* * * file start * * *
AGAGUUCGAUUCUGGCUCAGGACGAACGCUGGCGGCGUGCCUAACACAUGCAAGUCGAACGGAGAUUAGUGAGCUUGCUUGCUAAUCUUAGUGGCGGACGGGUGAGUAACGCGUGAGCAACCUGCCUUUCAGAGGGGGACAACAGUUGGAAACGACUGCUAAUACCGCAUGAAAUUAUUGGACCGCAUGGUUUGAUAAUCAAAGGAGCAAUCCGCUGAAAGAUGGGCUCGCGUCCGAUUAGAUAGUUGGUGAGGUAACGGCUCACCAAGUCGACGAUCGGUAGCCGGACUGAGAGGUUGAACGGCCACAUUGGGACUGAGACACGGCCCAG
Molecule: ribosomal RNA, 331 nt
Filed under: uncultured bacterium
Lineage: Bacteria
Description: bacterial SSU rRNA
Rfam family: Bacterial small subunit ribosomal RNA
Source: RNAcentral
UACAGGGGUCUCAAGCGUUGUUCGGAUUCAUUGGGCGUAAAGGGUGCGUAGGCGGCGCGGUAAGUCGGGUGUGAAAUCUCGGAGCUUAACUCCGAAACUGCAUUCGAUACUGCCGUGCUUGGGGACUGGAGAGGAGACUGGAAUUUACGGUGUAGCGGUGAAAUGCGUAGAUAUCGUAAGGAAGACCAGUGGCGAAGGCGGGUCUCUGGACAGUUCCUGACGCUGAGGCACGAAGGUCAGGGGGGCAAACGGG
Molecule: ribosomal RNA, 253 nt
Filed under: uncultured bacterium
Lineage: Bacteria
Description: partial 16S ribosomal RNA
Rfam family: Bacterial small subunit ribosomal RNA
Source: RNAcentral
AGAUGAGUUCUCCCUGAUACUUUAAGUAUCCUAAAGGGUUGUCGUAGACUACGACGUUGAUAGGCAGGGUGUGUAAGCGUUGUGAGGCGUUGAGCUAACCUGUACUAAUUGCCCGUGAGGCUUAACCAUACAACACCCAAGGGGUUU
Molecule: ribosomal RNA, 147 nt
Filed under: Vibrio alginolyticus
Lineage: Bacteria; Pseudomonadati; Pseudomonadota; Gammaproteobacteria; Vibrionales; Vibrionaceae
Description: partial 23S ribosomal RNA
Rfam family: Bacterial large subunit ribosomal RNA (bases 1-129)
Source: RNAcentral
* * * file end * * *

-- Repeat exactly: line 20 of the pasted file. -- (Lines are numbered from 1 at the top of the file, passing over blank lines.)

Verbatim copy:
Rfam family: Bacterial large subunit ribosomal RNA (bases 1-129)